|Year : 2019 | Volume
| Issue : 2 | Page : 232-235
Sandwich technique with anterior silicone oil and posterior perfluorocarbon liquid for intraoperative retinal stabilization in eyes with large retinal breaks
Vitreo-Retinal Services, Aravind Eye Hospital, Pondicherry, India
|Date of Submission||10-Jan-2018|
|Date of Acceptance||17-Nov-2018|
|Date of Web Publication||19-Apr-2019|
V G Madanagopalan
Aravind Eye Hospital, Thavalakuppam, Pondicherry 605 007
Source of Support: None, Conflict of Interest: None
During retinal surgeries, the presence of large retinal defects or breaks (giant retinal tears or retinotomies ≥3 clock hours) requires the use of perfluorocarbon liquid (PFCL) to stabilize the posterior retina. Thereafter, direct PFCL-oil exchange is preferred to avoid posterior slippage of the retina. However, in an eye filled with PFCL, fluid currents at the surface of the PFCL pose a few problems when laser is attempted. Multiple bubbles are formed due to fluid currents, and the fluid jet from the infusion port may continually dislodge the free end of the retina despite the presence of PFCL. This effect is accentuated when instruments are exchanged or if the active port is unoccluded. On the other hand, if laser is postponed until the eye is filled with oil, fluid accumulation may occur under the macula, as posterior tamponade is absent. We present a modified technique that entails the use of a “sandwich” of anterior SO and posterior PFCL to comfortably perform laser in a well-formed closed vitreous chamber with continuous maintenance of retinal attachment.
Keywords: Giant Retinal Tear; Perfluorocarbon Liquids; Retinal Detachment Surgery; Retinectomy; Silicone Oil
|How to cite this article:|
Madanagopalan V G. Sandwich technique with anterior silicone oil and posterior perfluorocarbon liquid for intraoperative retinal stabilization in eyes with large retinal breaks. J Ophthalmic Vis Res 2019;14:232-5
|How to cite this URL:|
Madanagopalan V G. Sandwich technique with anterior silicone oil and posterior perfluorocarbon liquid for intraoperative retinal stabilization in eyes with large retinal breaks. J Ophthalmic Vis Res [serial online] 2019 [cited 2020 Apr 8];14:232-5. Available from: http://www.jovr.org/text.asp?2019/14/2/232/256546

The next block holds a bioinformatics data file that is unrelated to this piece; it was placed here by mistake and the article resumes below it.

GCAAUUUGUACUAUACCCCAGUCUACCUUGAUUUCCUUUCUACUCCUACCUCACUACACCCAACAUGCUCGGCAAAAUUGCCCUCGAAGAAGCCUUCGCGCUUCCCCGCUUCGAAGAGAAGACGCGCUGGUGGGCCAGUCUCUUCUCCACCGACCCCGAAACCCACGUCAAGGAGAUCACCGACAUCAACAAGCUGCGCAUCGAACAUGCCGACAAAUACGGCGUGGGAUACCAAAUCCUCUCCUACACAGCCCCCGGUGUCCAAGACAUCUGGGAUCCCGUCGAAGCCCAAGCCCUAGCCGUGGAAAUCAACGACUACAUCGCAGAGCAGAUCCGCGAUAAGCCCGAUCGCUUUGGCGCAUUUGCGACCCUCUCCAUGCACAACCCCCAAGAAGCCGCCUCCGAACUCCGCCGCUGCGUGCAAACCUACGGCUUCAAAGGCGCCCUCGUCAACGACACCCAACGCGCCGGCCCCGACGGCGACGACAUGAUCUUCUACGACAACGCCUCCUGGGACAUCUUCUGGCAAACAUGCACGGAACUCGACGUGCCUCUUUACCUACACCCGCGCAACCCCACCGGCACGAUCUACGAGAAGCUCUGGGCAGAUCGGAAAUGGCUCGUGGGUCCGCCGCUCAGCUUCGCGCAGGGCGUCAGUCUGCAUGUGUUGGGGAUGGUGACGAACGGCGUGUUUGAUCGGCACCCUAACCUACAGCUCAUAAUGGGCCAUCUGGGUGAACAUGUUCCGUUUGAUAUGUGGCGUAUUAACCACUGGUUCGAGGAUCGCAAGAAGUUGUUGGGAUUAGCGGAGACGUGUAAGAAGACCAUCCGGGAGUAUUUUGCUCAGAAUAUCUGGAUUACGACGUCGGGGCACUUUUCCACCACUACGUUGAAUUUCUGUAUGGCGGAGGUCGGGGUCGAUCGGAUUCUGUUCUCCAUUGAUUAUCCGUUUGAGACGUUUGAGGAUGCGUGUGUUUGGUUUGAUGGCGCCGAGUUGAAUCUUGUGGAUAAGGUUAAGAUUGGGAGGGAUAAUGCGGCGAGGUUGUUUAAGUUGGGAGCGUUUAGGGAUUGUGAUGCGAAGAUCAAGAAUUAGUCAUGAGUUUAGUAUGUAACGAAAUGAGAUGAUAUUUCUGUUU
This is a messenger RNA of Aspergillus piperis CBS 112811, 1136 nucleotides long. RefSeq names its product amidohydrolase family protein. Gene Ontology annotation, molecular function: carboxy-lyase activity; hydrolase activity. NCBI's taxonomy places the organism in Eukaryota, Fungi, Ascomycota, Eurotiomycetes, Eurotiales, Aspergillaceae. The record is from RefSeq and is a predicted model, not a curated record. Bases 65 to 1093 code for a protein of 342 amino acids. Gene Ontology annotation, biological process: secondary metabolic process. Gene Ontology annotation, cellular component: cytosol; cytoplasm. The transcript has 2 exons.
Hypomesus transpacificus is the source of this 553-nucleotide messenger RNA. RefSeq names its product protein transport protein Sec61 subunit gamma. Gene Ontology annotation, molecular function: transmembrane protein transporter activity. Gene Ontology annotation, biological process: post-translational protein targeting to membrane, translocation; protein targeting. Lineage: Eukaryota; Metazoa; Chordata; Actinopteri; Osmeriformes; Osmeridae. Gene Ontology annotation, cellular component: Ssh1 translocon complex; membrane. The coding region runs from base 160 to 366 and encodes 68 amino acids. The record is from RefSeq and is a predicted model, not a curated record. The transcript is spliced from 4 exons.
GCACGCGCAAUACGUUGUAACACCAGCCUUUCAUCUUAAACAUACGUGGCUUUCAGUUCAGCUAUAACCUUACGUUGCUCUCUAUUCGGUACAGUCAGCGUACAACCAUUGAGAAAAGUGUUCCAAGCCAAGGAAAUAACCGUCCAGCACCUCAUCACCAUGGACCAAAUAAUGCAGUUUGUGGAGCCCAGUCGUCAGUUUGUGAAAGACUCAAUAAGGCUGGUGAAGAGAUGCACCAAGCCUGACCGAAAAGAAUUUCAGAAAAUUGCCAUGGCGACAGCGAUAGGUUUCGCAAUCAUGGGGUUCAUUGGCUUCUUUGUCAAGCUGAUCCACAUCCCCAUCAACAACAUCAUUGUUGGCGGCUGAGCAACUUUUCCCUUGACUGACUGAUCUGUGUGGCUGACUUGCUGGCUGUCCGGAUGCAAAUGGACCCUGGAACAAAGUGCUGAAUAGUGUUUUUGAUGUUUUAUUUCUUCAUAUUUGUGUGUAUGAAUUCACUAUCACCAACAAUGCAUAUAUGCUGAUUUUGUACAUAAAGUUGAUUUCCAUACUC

| Introduction|| |
One of the most challenging surgical scenarios for a retinal surgeon is the presence of large retinal defects or giant retinal tears (GRTs). In these eyes, intraoperative slippage of the retina may occur even after achieving retinal reattachment with fluid-air exchange (FAE) and may be accompanied by entrapment of sub-retinal fluid (SRF) in the posterior pole. This slippage of the retina can be attributed to the lack of support to the posterior retina in an air-filled eye. Perfluorocarbon liquids (PFCLs) are thus used to support the posterior retina. Continuous posterior tamponade with PFCL can be achieved through direct exchange of PFCL with silicone oil (SO)., When using direct PFCL-SO exchange, surgeons have two options regarding the timing of performing the laser procedure. Laser can be performed in a PFCL-filled eye before PFCL-SO exchange (Technique A) or after PFCL-SO exchange in a SO-filled eye (Technique B). However, each technique presents unique difficulties to the surgeon.
In Technique A, the problems encountered are (a) repeated formation of multiple small bubbles at the PFCL surface due to formation of fluid currents, which interfere with visualization [arrow, [Figure 1]a. (b) The obliquely fashioned sclerotomy of the infusion port does not direct the fluid jet to the center of the vitreous cavity. The jet is often directed tangentially toward the inferior eye wall. A momentary gush of fluid flowing into the vitreous cavity from the inferior infusion port to maintain the intraocular pressure (IOP) once the active superior port is disengaged, has sufficient momentum to wedge its way down to the free retinal edge coursing between the PFCL meniscus and inferior eye wall. This fluid jet from the infusion port can dislodge large retinal defects [arrowhead, [Figure 1]a. (c) When using curved endolaser probes with an external diameter smaller than the diameter of the port, continuous leakage of balanced salt solution (BSS) and PFCL loss cannot be eliminated [arrow, [Figure 1]b. (d) Rotation of the eye to perform laser in the periphery is difficult as the retinotomy edge in the superior half is elevated due to shifting of PFCL [arrowhead, [Figure 1]b. Therefore, current literature suggests that a PFCL-filled eye is best maintained in the primary position to avoid spill over and jet-related dislodgement. All these problems can be attributed to the low viscosity of PFCL that does not aid in restricting fluid currents.